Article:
Fried chicken economics

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Fried chicken economics


Yi Jung-jae
The author is a columnist at the JoongAng Ilbo.

The Wall Street Journal connected the household debt crisis with too many fried chicken shops in an article published in September 2013. Fried chicken eateries mushroomed to 36,000 by 2013, tripling over a decade as the snack mixed with beer had become popular after the 2002 World Cup competitions in Korea, the paper reported citing data from KB Financial Group. About 7,400 fried chicken shops opened every year, whereas 5,000 went under. Nearly half of the joints closed within three years since opening and less than 20 percent lasted for 10 years.

The situation has not changed. According to the latest data from KB Financial Group, 6,200 fried chicken stores opened last year, whereas over were 8,000 shuttered. For the last four years, businesses closed more quickly than they were opened. The reason is obvious: The businesses lost money because cost went up even when profit fell due to slow business. Annual operating expenses in running a fried chicken shop averaged 62 million won ($52,842) in 2011. That nearly doubled to 117 million won by 2017. Operating profit during the same period fell by 32 percent from 20 million won to 14 million won.

The woes of self-employed have become a fixture, worsening with the surge in retirees in a fast aging society. In a column five years ago, Kookmin University Prof. Kim Byong-joon pointed out that the income of self-employed families stayed stagnant at 3 million won a month for the last decade. Over the same period, household income of salaried workers increased to 4 million won. Moreover, the self-employed were more heavily indebted than salaried workers. Their loans averaged 120 million won, triple the 40 million won for a salaried worker. Debt by the self-employed in their 50s reached 180 million won on average.

The situation has improved little under the Moon Jae-in administration, which vowed increases in income with the goal of making society more equal and inclusive. Income of self-employed or unemployed was 3.3 million won in the first quarter. Salaried workers’ average income was 4.86 million won. Debt of self-employed jumped by 20 percent to 143.33 million won by 2018 from five years ago.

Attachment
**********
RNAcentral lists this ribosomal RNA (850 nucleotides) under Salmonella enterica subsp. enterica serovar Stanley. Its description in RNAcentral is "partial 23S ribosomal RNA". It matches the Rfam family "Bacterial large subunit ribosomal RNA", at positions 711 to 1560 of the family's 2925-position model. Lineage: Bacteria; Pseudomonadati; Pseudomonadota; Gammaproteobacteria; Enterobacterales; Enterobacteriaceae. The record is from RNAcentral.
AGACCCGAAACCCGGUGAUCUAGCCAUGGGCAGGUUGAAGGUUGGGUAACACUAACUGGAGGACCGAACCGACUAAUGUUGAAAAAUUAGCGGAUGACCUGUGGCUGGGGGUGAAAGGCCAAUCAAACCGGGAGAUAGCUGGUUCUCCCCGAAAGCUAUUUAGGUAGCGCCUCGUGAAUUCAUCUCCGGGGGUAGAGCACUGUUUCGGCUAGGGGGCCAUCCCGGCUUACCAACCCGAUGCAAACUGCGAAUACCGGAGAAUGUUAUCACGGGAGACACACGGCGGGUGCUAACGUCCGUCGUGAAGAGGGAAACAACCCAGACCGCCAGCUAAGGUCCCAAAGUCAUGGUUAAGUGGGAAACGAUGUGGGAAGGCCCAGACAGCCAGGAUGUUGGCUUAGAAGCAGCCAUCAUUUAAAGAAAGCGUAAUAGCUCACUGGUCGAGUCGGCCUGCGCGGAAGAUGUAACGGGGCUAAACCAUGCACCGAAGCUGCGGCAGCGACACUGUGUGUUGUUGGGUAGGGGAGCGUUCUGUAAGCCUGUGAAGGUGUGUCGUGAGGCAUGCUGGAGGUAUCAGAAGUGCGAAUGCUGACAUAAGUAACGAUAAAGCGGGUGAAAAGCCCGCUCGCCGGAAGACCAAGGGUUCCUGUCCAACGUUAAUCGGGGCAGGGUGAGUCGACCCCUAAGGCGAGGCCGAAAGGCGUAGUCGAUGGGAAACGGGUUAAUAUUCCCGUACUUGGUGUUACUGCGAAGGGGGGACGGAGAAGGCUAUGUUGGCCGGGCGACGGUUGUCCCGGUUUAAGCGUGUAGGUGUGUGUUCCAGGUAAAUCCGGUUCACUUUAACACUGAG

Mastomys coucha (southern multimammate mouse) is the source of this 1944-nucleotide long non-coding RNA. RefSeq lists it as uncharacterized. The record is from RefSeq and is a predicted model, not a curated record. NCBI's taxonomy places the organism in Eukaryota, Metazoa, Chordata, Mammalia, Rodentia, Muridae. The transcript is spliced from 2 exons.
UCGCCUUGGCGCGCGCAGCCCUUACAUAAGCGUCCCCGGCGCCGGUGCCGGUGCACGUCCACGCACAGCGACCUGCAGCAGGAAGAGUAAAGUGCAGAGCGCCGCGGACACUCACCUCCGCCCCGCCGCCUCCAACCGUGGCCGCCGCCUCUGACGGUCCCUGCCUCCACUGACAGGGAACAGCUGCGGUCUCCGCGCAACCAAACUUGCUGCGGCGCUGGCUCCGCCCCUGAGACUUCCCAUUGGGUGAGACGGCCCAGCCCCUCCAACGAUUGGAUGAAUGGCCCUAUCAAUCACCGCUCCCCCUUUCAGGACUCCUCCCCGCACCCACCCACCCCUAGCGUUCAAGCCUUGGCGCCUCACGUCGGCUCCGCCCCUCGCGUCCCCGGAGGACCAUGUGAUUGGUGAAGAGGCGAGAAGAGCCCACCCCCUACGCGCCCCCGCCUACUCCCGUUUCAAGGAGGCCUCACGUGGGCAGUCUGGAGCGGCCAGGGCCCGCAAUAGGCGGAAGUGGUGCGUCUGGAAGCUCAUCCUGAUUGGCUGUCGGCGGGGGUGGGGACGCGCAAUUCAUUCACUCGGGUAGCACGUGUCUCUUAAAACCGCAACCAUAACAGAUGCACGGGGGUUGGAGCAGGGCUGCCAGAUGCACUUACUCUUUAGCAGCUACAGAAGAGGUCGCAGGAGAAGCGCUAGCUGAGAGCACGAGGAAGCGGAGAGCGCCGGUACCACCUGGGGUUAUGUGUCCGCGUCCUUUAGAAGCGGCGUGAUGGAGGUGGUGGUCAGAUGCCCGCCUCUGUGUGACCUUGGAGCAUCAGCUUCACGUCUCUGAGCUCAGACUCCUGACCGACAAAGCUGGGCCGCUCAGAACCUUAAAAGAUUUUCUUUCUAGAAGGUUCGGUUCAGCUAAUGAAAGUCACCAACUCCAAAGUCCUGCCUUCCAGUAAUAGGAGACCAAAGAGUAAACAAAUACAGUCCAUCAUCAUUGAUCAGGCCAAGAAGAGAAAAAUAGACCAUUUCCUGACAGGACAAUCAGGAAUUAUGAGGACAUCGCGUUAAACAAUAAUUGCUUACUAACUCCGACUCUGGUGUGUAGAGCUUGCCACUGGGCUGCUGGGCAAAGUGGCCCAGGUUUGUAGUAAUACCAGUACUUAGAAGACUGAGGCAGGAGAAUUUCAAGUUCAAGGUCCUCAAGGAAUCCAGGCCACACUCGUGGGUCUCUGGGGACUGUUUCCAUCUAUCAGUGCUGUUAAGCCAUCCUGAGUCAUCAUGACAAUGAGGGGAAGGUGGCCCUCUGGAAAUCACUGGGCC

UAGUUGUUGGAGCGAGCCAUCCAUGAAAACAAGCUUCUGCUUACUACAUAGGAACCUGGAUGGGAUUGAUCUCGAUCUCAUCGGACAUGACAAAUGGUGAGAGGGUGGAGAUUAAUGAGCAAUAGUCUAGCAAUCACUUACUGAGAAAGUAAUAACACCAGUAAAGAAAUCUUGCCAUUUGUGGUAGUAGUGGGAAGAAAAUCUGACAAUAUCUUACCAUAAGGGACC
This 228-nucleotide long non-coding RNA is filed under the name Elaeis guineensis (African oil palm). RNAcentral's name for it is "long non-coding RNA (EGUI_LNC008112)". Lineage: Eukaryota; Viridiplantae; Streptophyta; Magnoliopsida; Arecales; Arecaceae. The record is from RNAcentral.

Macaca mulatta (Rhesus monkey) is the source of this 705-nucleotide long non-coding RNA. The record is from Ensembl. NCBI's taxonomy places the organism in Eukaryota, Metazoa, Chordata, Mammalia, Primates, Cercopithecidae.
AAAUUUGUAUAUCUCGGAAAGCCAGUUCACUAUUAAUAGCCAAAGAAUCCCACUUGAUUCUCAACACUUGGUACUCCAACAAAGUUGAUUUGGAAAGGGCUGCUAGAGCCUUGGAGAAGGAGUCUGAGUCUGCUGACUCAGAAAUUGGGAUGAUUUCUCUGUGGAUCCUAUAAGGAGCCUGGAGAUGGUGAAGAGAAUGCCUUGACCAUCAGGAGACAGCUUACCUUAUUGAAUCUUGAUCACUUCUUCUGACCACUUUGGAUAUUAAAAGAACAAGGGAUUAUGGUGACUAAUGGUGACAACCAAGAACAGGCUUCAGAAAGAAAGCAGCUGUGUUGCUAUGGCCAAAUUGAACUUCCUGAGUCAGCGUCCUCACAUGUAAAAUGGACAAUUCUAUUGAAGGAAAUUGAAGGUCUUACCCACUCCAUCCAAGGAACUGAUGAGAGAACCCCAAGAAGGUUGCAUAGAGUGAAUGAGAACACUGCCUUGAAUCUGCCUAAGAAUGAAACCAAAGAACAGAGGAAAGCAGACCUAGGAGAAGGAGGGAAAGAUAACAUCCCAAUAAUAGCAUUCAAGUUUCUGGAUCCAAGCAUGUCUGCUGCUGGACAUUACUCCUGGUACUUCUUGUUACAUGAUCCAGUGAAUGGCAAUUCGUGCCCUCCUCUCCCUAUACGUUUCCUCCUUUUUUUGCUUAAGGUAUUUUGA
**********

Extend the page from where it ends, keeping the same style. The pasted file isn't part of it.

The government’s income-led growth policy cannot be entirely blamed for the troubles of self-employed.

President Moon Jae-in said that the minimum wage hikes were 90 percent positive. We cannot know what the 90 percent refers to, but evidently the weakest point of the Korean economy — the self-employed — suffers the most.

Self-employed last year were 25.1 percent of the total wage-earning population in Korea, the fourth largest among OECD members. One out of every four workers is self-employed in Korea. The ratio is 9.6 percentage points higher than the OECD average, and even higher than the share in the United States and in Japan. Overcrowding means that much more competition.

The minimum wage bombs inevitably had a devastating effect on the highly dense category. Fifteen organizations representing small- and medium-sized enterprises even issued a rare joint statement earlier this week calling for a freeze — if not a cut — in the minimum wage. The self-employed who lack any union voice have taken to collective action to survive.

Emergency action is needed. We need to freeze or cut the minimum wage this time. Some of the members of the ruling Democratic Party (DP) are calling for a freeze in the minimum wage. Heavyweight politicians — like Rep. Song Young-gil, former floor leader Hong Young-pyo and SME and Startups Minister Park Young-sun — have joined the chorus calling for a pause in minimum wage increases. Rep. Choi Woon-youl even proposed that the DP announce a freeze in the minimum wage as the ruling party stance.

It is better for the party to propose a cutback in the minimum wage than a freeze. In doing so, it can send a clear message to the market that it is serious about reviving the economy and shifting its policy direction toward growth. The move will reap not just economic but political gains. It can also score points with the self-employed and businesses. Of course, labor unions will be outraged. But that does not mean unionists will vote for the conservative Liberty Korea Party (LKP) in elections anyway. The ruling power may still want to up the stakes by pushing ahead with its policies and raising the minimum wage to help win the general election next year. But that gambling will surely wreck the economy beyond repair.
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